The E.U. vs. Russia. In an important scoop from FP’s John Hudson, he reports that the European Union appears to be getting over some of its traditional reluctance to criticize Moscow. Foreign ministers from the alliance — slated to meet Monday in Luxembourg — “are planning to formally and explicitly admonish Russia for supporting the Syrian government’s deadly assault on Aleppo, an attack that ‘may amount to war crimes,’” according to a document Hudson obtained. And that isn’t all. The European ministers “are also expected to support the imposition of sanctions on as many as 20 Syrian government officials who have had a role in the bombardment.” In other news, the U.S. and the U.K. are considering new sanctions on Russia and Syria in response to the continued brutal bombing of Aleppo.
Feels like the very first time. American and Russian diplomats led by Secretary of State John Kerry and Russian Foreign Minister Sergey Lavrov met yet again in Switzerland over the weekend, the first major face-to-face meeting since the cease-fire they brokered in Syria fell apart last month. Short story shorter: no agreements were reached.
Putin and the nuke balance. “Russian President Vladimir Putin’s nuclear saber-rattling and military brinksmanship have upended the rules that long governed relations between Moscow and Washington,” FP’s Dan De Luce and Reid Standish write in a great new piece. The moves present the United States with a dangerous dilemma.
“U.S. and European officials are increasingly alarmed over Putin’s willingness to risk military confrontation and threaten to use his country’s nuclear arsenal over issues the West sees as unrelated and separate,” the two write. “That makes it devilishly difficult for the United States and its European allies to find an effective response to Putin’s audacious tactics that in recent years range from Russia’s annexation of Crimea, to its air war in support of the Syrian regime, to Moscow’s suspected hacking of America’s presidential election.”
Good morning and as always, if you have any thoughts, announcements, tips, or national security-related events to share, please pass them along to SitRep HQ. Best way is to send them to: firstname.lastname@example.org or on Twitter: @paulmcleary or @arawnsley
China is gearing up for its sixth manned space flight, with astronauts Jing Haipeng and Chen Dong set to take off from a launchpad in the Gobi desert aboard the Shenzhou-11. The astronauts will spend a month in space, twice the length of China’s longest manned space mission thus far. Once in space, Jing and Chen will conduct a series of tests and experiments designed to pave the way for future space missions, including the launch of Tianhe-1, a Chinese space station China plans to launch in 2018.
Arseniy Pavlov, a Russian militant who fought alongside Ukrainian separatists in eastern Ukraine, was killed in an apparent assassination after an explosion in his apartment building in Donetsk. Pavlov, nicknamed “Motorola,” garnered controversy throughout his ascent in the self-proclaimed Donetsk People’s Republic, with accusations of bigamy and for his admission to killing 15 Ukrainian prisoners of war. Donetsk authorities have accused the Ukrainian government of killing Pavlov. His death comes amidst factional infighting within Ukraine’s rebel enclaves and the unsolved killings of a number of rebel commanders.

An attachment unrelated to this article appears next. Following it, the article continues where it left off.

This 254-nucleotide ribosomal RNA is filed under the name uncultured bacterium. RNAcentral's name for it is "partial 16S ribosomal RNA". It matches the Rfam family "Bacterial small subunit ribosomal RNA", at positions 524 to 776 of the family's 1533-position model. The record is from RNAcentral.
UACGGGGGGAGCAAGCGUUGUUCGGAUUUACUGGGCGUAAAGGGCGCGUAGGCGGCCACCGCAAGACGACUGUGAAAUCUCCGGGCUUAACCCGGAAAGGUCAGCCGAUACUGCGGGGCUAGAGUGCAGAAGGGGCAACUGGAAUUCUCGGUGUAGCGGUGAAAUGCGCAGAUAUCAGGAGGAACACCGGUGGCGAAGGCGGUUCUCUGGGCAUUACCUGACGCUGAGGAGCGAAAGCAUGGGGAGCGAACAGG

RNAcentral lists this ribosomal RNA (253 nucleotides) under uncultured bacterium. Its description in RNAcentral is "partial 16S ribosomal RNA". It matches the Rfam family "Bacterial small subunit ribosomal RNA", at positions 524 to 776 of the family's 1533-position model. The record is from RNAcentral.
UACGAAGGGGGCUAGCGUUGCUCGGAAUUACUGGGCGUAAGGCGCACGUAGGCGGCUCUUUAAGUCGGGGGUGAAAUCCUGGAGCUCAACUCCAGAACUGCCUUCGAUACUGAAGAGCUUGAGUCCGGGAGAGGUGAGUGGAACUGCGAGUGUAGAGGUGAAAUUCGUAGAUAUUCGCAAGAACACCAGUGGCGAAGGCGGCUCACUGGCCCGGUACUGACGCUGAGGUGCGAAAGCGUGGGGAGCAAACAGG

Trouble in the caliphate
There are signs of dissidence within the Islamic State’s Mosul stronghold as the U.S.-led coalition embarks on an operation to liberate the city. Reuters spoke to locals in the city, who told the wire service that authorities from the jihadist group recently uncovered a plot led by an aide to caliph Abu Bakr al-Baghdadi to help Iraqi forces breach Mosul’s defenses. The Islamic Slate drowned 58 accused conspirators and burned their bodies after uncovering the plot. Iraqi officials say they’ve been in contact with some Islamic State dissidents, who helped them direct airstrikes.
An American aid worker has been kidnapped in Niger and taken to Mali in what authorities suspect was an operation by a local jihadist group. Niger Interior Minister Mohamed Bazoum said Jeffery Woodke was likely taken by the Movement for Oneness and Jihad in West Africa, which splintered from al-Qaeda in 2011. Woodke was taken from his home in Abalak, where he’d been working for the aid group JEMED.
The Center for Strategic and International Studies’ Anthony Cordesman takes a look at the changes to China’s Second Artillery Corps in a new report, “The PLA Rocket Force: Evolving Beyond the Second Artillery Corps (SAC) and Nuclear Dimension.” The traditional home of China’s nuclear forces, the Second Artillery has undergone a number of changes as China modernizes its military and Cordesman’s report explores the implications for Chinese military doctrine and strategy.
Photo Credit: AHMAD AL-RUBAYE/AFP/Getty Images